(IN)-efficacy of salvage radiotherapy for rising PSA or clinically isolated local recurrence after radical prostatectomy

Richard Choo, George Hruby, Julie Hong, Edward Bahk, Eugene Hong, Cyril Danjoux, Gerard Morton, Gerrit DeBoer
International Journal of Radiation Oncology, Biology, Physics 2002 June 1, 53 (2): 269-76

PURPOSE: To determine the efficacy of external beam radiotherapy (RT) as salvage treatment for prostate-specific antigen (PSA) failure or local recurrence after radical prostatectomy.

METHODS AND MATERIALS: Between 1991 and 1997, 98 patients underwent salvage RT to the prostatic bed at the Toronto Sunnybrook Regional Cancer Centre for PSA failure or local recurrence after radical prostatectomy. Thirty-six patients were treated for persistently detectable postoperative PSA levels (Group A), 26 for a delayed PSA rise (Group B), and 36 for palpable and/or biopsy-proven local recurrence (Group C). None had clinically apparent distant metastasis at the time of salvage RT. Freedom from PSA failure was defined as the maintenance of PSA <or=0.2 ng/mL. Cox regression analyses were performed to identify factors predictive of relapse.

RESULTS: The median follow-up from radical prostatectomy and RT was 5.11 and 4.21 years for Group A, 5.31 and 3.32 years for Group B, and 7.85 and 3.95 years for Group C, respectively. The initial PSA response rate was encouraging at a range of 86-94%. The complete PSA response rate (PSA <or=0.2 ng/mL) was lower, however and ranged from 53% to 62%. The actuarial relapse-free rate, including freedom from PSA failure, at 4 years was 26%, 39%, and 14% for Groups A, B, and C, respectively. At the time of the last follow-up, 49, 20, and 1 patient had PSA failure alone, distant metastasis, and local progression, respectively. The actuarial survival rate at 4 years was 89%, 95%, and 94% for Groups A, B, and C, respectively. On Cox regression analysis, the significant predictors for relapse were PSA level before salvage RT and Gleason score for Group A, none for Group B, and margin status for Group C.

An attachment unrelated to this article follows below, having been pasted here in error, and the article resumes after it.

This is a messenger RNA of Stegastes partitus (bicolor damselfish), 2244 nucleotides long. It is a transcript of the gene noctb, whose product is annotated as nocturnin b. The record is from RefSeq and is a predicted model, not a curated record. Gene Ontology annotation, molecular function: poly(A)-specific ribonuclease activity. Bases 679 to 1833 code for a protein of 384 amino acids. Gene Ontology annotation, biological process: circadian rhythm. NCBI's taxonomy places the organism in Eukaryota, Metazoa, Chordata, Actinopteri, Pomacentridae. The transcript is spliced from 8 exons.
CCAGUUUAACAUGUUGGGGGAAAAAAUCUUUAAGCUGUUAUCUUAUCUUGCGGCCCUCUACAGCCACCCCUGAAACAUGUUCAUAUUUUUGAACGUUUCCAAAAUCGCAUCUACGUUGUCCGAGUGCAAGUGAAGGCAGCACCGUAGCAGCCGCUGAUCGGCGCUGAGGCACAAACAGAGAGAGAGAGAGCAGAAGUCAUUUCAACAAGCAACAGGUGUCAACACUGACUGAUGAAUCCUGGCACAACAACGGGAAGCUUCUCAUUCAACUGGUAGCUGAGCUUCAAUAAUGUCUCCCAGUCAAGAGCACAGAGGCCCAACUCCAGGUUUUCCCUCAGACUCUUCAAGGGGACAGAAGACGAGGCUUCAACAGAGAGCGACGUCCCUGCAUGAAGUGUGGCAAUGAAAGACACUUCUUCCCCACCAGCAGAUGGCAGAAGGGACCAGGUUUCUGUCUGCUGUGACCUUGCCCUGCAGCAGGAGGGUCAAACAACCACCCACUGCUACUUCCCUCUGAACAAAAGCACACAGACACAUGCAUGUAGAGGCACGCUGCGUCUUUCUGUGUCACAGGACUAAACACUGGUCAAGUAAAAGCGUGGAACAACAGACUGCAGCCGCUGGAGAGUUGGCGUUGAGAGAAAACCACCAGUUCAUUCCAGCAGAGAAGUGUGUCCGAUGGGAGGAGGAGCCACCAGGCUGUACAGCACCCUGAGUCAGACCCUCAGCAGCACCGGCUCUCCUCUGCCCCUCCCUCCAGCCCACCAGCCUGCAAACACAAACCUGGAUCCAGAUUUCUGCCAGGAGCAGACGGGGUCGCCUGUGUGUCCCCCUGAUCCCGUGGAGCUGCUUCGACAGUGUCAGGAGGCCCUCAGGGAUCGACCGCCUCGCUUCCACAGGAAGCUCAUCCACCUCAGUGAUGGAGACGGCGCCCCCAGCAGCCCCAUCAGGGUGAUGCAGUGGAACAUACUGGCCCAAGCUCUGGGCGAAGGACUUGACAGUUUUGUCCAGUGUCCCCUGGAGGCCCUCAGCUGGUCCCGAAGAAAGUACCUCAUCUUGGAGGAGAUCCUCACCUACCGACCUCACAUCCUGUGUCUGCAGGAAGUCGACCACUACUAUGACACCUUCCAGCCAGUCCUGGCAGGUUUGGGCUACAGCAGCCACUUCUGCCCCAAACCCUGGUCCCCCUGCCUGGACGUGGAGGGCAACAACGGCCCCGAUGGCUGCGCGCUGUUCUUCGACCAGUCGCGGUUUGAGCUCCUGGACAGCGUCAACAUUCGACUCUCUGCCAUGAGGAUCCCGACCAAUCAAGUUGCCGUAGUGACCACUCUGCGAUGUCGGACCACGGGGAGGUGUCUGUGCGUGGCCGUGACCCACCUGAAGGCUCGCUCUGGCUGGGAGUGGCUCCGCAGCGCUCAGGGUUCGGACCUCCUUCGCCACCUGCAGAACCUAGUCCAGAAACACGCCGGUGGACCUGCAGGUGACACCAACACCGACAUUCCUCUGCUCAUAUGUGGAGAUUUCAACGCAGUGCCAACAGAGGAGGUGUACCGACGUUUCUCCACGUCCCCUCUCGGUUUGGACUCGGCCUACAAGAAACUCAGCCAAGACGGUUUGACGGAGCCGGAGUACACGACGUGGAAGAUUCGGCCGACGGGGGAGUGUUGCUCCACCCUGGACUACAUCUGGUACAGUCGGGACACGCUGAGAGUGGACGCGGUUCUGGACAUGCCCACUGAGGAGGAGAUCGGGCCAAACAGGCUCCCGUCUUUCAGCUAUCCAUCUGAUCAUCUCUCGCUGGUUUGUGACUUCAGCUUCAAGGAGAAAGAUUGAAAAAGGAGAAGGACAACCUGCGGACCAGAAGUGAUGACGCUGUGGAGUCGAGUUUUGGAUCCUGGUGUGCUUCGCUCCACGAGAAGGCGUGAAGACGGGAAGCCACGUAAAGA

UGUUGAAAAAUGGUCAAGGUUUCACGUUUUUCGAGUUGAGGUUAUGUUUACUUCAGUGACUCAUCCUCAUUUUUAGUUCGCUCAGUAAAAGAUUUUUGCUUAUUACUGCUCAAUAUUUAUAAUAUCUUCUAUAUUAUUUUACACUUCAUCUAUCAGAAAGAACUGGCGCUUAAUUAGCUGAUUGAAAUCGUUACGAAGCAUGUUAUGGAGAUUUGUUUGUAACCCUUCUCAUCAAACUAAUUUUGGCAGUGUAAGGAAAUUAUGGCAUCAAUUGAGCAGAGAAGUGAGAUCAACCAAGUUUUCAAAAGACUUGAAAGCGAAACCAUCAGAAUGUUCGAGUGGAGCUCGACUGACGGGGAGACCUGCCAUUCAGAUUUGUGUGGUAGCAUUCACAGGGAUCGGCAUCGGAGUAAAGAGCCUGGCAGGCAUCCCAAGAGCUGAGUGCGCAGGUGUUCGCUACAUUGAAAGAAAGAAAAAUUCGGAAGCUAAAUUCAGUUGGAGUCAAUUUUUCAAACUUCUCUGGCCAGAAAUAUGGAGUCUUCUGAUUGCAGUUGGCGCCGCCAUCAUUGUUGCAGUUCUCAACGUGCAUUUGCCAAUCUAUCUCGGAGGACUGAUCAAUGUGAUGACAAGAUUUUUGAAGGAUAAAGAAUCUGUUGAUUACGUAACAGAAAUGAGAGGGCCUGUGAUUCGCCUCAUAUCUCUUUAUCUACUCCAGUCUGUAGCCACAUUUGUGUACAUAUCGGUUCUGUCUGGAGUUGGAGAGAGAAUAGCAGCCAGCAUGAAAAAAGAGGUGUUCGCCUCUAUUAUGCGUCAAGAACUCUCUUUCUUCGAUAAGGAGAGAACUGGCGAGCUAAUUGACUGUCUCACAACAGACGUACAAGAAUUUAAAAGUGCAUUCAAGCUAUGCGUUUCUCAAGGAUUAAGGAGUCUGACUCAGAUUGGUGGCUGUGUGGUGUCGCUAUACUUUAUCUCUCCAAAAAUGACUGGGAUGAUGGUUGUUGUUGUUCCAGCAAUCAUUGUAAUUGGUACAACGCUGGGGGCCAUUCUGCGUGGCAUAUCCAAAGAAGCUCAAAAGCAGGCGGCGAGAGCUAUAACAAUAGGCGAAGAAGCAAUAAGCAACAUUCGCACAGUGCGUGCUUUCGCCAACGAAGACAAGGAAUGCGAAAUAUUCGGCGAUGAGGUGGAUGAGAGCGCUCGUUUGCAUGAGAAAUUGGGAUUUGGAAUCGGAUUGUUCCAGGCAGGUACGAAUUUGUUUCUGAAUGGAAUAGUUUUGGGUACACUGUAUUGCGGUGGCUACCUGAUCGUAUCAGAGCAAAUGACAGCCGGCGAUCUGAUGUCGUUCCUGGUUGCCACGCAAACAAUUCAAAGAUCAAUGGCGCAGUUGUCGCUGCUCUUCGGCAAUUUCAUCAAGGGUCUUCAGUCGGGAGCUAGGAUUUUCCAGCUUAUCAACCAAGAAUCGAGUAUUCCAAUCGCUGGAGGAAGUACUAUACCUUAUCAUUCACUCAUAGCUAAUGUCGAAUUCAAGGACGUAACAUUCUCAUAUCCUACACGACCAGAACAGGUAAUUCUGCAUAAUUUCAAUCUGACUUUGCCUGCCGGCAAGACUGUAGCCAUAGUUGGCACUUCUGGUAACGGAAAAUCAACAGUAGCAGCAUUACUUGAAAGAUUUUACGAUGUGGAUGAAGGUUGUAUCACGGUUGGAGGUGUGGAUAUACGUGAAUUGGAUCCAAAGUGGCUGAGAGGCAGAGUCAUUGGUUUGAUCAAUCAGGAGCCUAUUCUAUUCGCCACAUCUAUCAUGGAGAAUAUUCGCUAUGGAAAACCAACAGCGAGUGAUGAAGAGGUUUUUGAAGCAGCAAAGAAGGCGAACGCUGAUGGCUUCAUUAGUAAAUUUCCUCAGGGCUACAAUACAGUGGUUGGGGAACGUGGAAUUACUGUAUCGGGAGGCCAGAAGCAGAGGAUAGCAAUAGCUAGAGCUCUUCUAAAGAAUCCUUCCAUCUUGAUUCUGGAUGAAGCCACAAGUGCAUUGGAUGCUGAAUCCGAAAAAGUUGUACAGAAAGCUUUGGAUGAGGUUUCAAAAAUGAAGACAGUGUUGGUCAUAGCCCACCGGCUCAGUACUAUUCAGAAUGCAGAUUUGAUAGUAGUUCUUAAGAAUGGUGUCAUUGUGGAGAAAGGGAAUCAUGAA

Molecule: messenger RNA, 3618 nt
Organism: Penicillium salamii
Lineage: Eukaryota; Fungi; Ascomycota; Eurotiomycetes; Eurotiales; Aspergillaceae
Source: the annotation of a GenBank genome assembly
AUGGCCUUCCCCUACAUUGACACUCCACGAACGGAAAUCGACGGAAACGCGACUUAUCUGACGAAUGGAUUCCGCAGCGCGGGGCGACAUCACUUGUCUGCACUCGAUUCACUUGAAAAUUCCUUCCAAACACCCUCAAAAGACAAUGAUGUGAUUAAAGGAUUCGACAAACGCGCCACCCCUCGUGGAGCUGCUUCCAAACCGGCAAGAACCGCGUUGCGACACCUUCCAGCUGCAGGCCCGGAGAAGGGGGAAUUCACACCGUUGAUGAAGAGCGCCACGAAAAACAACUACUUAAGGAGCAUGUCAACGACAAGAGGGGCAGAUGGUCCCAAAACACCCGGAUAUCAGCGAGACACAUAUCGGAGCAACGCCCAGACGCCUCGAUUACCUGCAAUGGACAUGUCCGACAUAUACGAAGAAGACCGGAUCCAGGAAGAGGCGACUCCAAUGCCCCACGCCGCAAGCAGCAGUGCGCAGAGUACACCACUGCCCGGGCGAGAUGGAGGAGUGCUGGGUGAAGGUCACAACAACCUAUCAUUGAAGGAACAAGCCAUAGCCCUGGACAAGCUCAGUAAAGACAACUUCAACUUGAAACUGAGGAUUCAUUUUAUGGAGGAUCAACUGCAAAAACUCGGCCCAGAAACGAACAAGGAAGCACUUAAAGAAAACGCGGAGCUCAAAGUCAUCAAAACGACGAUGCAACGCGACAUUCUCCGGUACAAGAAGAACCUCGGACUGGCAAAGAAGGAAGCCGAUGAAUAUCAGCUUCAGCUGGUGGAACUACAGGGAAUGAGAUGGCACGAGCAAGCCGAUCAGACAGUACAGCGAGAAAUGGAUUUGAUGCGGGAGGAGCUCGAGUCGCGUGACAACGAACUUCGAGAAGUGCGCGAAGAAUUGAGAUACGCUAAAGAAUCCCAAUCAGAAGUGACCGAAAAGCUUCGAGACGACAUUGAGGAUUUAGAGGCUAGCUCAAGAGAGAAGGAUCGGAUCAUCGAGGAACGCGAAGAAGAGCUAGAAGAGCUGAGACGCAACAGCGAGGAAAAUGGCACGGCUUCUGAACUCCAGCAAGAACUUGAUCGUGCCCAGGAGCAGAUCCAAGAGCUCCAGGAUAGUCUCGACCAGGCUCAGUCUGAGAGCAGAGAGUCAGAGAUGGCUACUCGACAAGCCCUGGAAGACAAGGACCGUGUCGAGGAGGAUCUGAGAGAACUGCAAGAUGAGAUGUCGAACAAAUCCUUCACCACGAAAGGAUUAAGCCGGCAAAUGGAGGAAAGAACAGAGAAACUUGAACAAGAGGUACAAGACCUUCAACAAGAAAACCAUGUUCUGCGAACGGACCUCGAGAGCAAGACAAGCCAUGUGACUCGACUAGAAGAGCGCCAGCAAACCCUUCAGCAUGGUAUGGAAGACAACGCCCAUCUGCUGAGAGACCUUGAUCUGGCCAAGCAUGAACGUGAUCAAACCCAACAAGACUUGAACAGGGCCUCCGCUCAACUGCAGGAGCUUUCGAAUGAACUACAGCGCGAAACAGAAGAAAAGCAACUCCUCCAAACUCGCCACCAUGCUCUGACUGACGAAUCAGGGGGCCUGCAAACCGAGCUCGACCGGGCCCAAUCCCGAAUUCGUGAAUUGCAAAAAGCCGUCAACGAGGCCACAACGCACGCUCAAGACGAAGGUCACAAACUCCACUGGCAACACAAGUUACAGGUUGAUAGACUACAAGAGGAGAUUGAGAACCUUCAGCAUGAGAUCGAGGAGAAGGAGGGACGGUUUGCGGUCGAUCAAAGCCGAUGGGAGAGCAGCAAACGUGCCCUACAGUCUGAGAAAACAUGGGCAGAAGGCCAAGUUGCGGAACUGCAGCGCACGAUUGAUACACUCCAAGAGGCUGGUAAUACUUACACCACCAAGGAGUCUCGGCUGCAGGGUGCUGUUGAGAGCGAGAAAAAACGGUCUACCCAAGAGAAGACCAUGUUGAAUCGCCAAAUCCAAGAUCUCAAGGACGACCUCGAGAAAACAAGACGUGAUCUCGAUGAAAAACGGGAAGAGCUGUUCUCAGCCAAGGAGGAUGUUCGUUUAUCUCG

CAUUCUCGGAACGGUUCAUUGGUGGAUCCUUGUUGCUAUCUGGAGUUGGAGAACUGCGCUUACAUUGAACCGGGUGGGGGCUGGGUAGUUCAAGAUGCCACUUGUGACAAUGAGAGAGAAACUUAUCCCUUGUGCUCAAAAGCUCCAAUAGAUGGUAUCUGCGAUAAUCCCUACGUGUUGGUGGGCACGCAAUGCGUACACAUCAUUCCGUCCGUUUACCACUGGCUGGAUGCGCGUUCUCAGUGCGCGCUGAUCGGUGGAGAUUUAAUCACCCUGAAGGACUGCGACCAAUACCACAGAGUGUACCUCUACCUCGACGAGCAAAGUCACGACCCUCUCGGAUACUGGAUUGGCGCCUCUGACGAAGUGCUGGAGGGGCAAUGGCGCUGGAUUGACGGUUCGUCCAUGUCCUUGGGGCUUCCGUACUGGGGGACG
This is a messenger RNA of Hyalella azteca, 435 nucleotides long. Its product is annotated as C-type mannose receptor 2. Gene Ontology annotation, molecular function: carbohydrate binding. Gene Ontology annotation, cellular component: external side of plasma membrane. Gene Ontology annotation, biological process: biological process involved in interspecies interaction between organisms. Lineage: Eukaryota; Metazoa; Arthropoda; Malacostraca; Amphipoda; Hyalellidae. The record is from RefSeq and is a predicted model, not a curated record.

CONCLUSION: The efficacy of salvage RT for PSA failure or local recurrence after RT was limited, reflected by very low relapse-free rates. Salvage RT appeared more efficacious for patients with a delayed PSA rise than for those with either persistently detectable postoperative PSA levels or clinically palpable local recurrence. Other strategies such as a combination of salvage RT and hormonal therapy need to be explored.

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